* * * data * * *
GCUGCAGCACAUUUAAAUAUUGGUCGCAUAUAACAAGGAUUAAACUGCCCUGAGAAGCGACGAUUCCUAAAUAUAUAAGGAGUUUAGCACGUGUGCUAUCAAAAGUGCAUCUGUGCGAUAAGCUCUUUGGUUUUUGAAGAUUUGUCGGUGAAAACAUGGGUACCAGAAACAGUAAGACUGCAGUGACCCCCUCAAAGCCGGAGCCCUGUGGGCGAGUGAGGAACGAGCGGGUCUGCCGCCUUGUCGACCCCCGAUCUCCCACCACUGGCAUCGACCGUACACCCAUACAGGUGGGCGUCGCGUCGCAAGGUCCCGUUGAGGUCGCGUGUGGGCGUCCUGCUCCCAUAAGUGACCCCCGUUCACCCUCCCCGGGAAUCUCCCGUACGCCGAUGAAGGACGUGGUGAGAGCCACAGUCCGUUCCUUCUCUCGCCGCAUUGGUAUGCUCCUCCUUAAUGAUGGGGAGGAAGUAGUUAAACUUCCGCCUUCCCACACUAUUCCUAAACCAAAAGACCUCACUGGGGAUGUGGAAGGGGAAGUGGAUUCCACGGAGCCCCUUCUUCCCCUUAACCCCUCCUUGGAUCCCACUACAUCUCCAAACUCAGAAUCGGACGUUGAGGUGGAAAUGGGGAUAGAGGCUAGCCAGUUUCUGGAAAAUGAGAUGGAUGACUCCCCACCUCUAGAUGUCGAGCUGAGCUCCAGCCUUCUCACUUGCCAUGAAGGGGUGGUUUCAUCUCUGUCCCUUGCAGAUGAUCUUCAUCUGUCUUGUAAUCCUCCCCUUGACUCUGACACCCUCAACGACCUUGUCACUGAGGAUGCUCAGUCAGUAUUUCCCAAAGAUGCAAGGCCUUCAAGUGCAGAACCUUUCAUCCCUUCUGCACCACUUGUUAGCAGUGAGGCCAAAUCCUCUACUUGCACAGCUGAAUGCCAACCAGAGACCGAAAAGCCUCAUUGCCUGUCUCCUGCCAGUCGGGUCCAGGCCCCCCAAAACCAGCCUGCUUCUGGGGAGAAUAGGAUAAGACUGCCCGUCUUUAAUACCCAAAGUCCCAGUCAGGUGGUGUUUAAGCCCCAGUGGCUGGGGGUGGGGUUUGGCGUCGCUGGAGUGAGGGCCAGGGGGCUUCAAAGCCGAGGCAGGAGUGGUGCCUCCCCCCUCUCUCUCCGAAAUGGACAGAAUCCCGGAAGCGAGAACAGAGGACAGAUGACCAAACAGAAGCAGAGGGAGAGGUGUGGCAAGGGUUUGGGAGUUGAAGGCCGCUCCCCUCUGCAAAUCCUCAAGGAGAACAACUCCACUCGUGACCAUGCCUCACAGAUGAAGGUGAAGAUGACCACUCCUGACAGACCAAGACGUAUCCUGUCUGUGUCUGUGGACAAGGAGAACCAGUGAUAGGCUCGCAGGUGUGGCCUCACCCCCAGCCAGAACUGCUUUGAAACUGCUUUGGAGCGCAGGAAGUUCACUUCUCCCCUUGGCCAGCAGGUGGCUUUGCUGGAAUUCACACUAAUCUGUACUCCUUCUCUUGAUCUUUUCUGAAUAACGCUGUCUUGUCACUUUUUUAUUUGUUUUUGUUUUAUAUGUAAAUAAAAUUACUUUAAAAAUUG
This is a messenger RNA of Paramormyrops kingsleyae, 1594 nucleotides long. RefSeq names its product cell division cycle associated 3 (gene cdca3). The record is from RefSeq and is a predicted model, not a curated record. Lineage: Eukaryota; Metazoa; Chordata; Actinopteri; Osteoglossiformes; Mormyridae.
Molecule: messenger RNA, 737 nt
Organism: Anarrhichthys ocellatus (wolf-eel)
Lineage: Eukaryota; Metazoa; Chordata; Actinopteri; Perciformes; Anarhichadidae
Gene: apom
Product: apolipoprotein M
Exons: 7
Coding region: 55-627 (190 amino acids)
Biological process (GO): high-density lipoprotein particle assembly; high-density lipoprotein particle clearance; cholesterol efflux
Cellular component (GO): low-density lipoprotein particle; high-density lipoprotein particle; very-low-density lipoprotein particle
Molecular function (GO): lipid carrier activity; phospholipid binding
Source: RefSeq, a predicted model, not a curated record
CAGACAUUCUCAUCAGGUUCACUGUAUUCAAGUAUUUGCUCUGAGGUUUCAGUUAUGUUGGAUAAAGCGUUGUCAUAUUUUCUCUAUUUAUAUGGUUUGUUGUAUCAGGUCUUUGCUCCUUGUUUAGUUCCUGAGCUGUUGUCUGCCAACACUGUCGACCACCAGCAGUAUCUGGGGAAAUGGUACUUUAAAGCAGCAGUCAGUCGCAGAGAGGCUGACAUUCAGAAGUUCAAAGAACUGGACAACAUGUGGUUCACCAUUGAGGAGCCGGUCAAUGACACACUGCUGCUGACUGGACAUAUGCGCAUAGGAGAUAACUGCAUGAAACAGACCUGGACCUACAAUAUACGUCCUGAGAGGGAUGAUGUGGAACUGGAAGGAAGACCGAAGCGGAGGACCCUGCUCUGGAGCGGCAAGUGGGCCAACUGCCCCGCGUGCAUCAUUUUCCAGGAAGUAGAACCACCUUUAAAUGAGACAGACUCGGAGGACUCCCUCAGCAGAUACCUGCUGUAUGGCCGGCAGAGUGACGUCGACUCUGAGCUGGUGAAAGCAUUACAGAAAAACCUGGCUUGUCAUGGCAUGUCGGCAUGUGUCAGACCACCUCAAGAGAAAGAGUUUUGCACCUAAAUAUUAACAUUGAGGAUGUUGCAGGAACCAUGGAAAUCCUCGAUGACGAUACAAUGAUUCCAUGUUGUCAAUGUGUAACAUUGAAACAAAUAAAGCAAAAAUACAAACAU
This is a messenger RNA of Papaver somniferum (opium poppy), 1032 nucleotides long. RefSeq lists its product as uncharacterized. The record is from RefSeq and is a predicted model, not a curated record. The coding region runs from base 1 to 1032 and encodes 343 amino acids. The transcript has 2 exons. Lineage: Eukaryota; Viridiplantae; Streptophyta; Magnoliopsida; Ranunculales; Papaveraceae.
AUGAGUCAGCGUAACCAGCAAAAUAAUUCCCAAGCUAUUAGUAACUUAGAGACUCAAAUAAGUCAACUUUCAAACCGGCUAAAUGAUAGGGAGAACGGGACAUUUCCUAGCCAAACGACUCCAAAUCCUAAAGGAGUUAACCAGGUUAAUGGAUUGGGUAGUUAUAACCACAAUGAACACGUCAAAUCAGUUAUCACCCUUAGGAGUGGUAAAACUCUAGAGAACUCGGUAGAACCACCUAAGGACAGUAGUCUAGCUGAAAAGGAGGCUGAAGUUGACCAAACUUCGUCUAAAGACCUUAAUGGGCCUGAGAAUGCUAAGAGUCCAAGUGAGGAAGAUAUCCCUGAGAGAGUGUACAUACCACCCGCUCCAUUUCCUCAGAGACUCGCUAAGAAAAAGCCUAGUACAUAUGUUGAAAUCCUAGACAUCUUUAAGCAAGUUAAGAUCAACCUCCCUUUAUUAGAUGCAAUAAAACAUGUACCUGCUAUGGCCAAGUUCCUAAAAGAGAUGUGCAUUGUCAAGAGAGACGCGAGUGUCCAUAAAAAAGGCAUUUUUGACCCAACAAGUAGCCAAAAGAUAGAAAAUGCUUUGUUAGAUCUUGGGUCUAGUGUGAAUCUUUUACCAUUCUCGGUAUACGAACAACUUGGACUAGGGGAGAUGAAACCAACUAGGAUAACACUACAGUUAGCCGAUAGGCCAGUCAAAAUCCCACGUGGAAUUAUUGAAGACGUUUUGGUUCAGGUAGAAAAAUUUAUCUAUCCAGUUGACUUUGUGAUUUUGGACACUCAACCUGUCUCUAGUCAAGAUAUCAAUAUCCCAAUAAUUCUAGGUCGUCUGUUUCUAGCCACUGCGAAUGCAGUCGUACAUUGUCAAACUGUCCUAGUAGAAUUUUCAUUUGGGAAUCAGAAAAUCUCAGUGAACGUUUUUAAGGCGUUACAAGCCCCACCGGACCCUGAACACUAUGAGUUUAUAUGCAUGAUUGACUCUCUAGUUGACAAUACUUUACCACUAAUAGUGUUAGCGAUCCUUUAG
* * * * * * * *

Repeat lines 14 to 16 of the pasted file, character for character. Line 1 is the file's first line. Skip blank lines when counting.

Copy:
CAGACAUUCUCAUCAGGUUCACUGUAUUCAAGUAUUUGCUCUGAGGUUUCAGUUAUGUUGGAUAAAGCGUUGUCAUAUUUUCUCUAUUUAUAUGGUUUGUUGUAUCAGGUCUUUGCUCCUUGUUUAGUUCCUGAGCUGUUGUCUGCCAACACUGUCGACCACCAGCAGUAUCUGGGGAAAUGGUACUUUAAAGCAGCAGUCAGUCGCAGAGAGGCUGACAUUCAGAAGUUCAAAGAACUGGACAACAUGUGGUUCACCAUUGAGGAGCCGGUCAAUGACACACUGCUGCUGACUGGACAUAUGCGCAUAGGAGAUAACUGCAUGAAACAGACCUGGACCUACAAUAUACGUCCUGAGAGGGAUGAUGUGGAACUGGAAGGAAGACCGAAGCGGAGGACCCUGCUCUGGAGCGGCAAGUGGGCCAACUGCCCCGCGUGCAUCAUUUUCCAGGAAGUAGAACCACCUUUAAAUGAGACAGACUCGGAGGACUCCCUCAGCAGAUACCUGCUGUAUGGCCGGCAGAGUGACGUCGACUCUGAGCUGGUGAAAGCAUUACAGAAAAACCUGGCUUGUCAUGGCAUGUCGGCAUGUGUCAGACCACCUCAAGAGAAAGAGUUUUGCACCUAAAUAUUAACAUUGAGGAUGUUGCAGGAACCAUGGAAAUCCUCGAUGACGAUACAAUGAUUCCAUGUUGUCAAUGUGUAACAUUGAAACAAAUAAAGCAAAAAUACAAACAU
This is a messenger RNA of Papaver somniferum (opium poppy), 1032 nucleotides long. RefSeq lists its product as uncharacterized. The record is from RefSeq and is a predicted model, not a curated record. The coding region runs from base 1 to 1032 and encodes 343 amino acids. The transcript has 2 exons. Lineage: Eukaryota; Viridiplantae; Streptophyta; Magnoliopsida; Ranunculales; Papaveraceae.
AUGAGUCAGCGUAACCAGCAAAAUAAUUCCCAAGCUAUUAGUAACUUAGAGACUCAAAUAAGUCAACUUUCAAACCGGCUAAAUGAUAGGGAGAACGGGACAUUUCCUAGCCAAACGACUCCAAAUCCUAAAGGAGUUAACCAGGUUAAUGGAUUGGGUAGUUAUAACCACAAUGAACACGUCAAAUCAGUUAUCACCCUUAGGAGUGGUAAAACUCUAGAGAACUCGGUAGAACCACCUAAGGACAGUAGUCUAGCUGAAAAGGAGGCUGAAGUUGACCAAACUUCGUCUAAAGACCUUAAUGGGCCUGAGAAUGCUAAGAGUCCAAGUGAGGAAGAUAUCCCUGAGAGAGUGUACAUACCACCCGCUCCAUUUCCUCAGAGACUCGCUAAGAAAAAGCCUAGUACAUAUGUUGAAAUCCUAGACAUCUUUAAGCAAGUUAAGAUCAACCUCCCUUUAUUAGAUGCAAUAAAACAUGUACCUGCUAUGGCCAAGUUCCUAAAAGAGAUGUGCAUUGUCAAGAGAGACGCGAGUGUCCAUAAAAAAGGCAUUUUUGACCCAACAAGUAGCCAAAAGAUAGAAAAUGCUUUGUUAGAUCUUGGGUCUAGUGUGAAUCUUUUACCAUUCUCGGUAUACGAACAACUUGGACUAGGGGAGAUGAAACCAACUAGGAUAACACUACAGUUAGCCGAUAGGCCAGUCAAAAUCCCACGUGGAAUUAUUGAAGACGUUUUGGUUCAGGUAGAAAAAUUUAUCUAUCCAGUUGACUUUGUGAUUUUGGACACUCAACCUGUCUCUAGUCAAGAUAUCAAUAUCCCAAUAAUUCUAGGUCGUCUGUUUCUAGCCACUGCGAAUGCAGUCGUACAUUGUCAAACUGUCCUAGUAGAAUUUUCAUUUGGGAAUCAGAAAAUCUCAGUGAACGUUUUUAAGGCGUUACAAGCCCCACCGGACCCUGAACACUAUGAGUUUAUAUGCAUGAUUGACUCUCUAGUUGACAAUACUUUACCACUAAUAGUGUUAGCGAUCCUUUAG